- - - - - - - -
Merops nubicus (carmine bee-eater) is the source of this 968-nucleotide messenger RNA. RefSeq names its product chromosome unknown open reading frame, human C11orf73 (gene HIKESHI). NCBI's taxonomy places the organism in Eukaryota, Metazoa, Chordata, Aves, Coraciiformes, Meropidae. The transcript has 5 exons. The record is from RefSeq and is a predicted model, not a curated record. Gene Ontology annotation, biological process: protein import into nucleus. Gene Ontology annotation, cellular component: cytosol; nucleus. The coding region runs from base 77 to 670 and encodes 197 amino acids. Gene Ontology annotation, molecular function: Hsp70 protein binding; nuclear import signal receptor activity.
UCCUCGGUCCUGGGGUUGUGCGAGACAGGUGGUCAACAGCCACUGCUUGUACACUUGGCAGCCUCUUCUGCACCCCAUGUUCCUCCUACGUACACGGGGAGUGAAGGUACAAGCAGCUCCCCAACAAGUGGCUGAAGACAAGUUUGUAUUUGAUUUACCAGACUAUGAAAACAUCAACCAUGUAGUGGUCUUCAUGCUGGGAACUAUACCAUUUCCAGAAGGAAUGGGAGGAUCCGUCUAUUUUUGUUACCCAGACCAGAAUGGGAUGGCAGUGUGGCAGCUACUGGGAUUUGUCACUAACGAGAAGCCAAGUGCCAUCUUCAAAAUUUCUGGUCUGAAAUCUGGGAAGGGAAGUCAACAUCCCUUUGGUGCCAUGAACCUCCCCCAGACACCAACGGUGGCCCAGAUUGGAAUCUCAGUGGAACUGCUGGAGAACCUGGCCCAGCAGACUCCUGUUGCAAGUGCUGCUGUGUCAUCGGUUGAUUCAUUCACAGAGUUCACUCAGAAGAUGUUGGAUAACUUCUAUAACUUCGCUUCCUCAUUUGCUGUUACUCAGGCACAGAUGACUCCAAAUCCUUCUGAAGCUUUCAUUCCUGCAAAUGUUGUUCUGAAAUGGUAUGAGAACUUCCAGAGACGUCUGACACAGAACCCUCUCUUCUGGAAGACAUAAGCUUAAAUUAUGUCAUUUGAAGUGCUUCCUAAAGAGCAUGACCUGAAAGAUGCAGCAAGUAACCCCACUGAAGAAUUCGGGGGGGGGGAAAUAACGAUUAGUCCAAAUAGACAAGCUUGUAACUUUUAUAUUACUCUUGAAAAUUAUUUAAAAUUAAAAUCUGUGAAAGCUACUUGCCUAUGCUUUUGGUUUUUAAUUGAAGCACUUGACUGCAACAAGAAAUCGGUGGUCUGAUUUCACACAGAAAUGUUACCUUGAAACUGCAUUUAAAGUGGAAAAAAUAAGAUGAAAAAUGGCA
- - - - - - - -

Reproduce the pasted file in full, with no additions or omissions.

Merops nubicus (carmine bee-eater) is the source of this 968-nucleotide messenger RNA. RefSeq names its product chromosome unknown open reading frame, human C11orf73 (gene HIKESHI). NCBI's taxonomy places the organism in Eukaryota, Metazoa, Chordata, Aves, Coraciiformes, Meropidae. The transcript has 5 exons. The record is from RefSeq and is a predicted model, not a curated record. Gene Ontology annotation, biological process: protein import into nucleus. Gene Ontology annotation, cellular component: cytosol; nucleus. The coding region runs from base 77 to 670 and encodes 197 amino acids. Gene Ontology annotation, molecular function: Hsp70 protein binding; nuclear import signal receptor activity.
UCCUCGGUCCUGGGGUUGUGCGAGACAGGUGGUCAACAGCCACUGCUUGUACACUUGGCAGCCUCUUCUGCACCCCAUGUUCCUCCUACGUACACGGGGAGUGAAGGUACAAGCAGCUCCCCAACAAGUGGCUGAAGACAAGUUUGUAUUUGAUUUACCAGACUAUGAAAACAUCAACCAUGUAGUGGUCUUCAUGCUGGGAACUAUACCAUUUCCAGAAGGAAUGGGAGGAUCCGUCUAUUUUUGUUACCCAGACCAGAAUGGGAUGGCAGUGUGGCAGCUACUGGGAUUUGUCACUAACGAGAAGCCAAGUGCCAUCUUCAAAAUUUCUGGUCUGAAAUCUGGGAAGGGAAGUCAACAUCCCUUUGGUGCCAUGAACCUCCCCCAGACACCAACGGUGGCCCAGAUUGGAAUCUCAGUGGAACUGCUGGAGAACCUGGCCCAGCAGACUCCUGUUGCAAGUGCUGCUGUGUCAUCGGUUGAUUCAUUCACAGAGUUCACUCAGAAGAUGUUGGAUAACUUCUAUAACUUCGCUUCCUCAUUUGCUGUUACUCAGGCACAGAUGACUCCAAAUCCUUCUGAAGCUUUCAUUCCUGCAAAUGUUGUUCUGAAAUGGUAUGAGAACUUCCAGAGACGUCUGACACAGAACCCUCUCUUCUGGAAGACAUAAGCUUAAAUUAUGUCAUUUGAAGUGCUUCCUAAAGAGCAUGACCUGAAAGAUGCAGCAAGUAACCCCACUGAAGAAUUCGGGGGGGGGGAAAUAACGAUUAGUCCAAAUAGACAAGCUUGUAACUUUUAUAUUACUCUUGAAAAUUAUUUAAAAUUAAAAUCUGUGAAAGCUACUUGCCUAUGCUUUUGGUUUUUAAUUGAAGCACUUGACUGCAACAAGAAAUCGGUGGUCUGAUUUCACACAGAAAUGUUACCUUGAAACUGCAUUUAAAGUGGAAAAAAUAAGAUGAAAAAUGGCA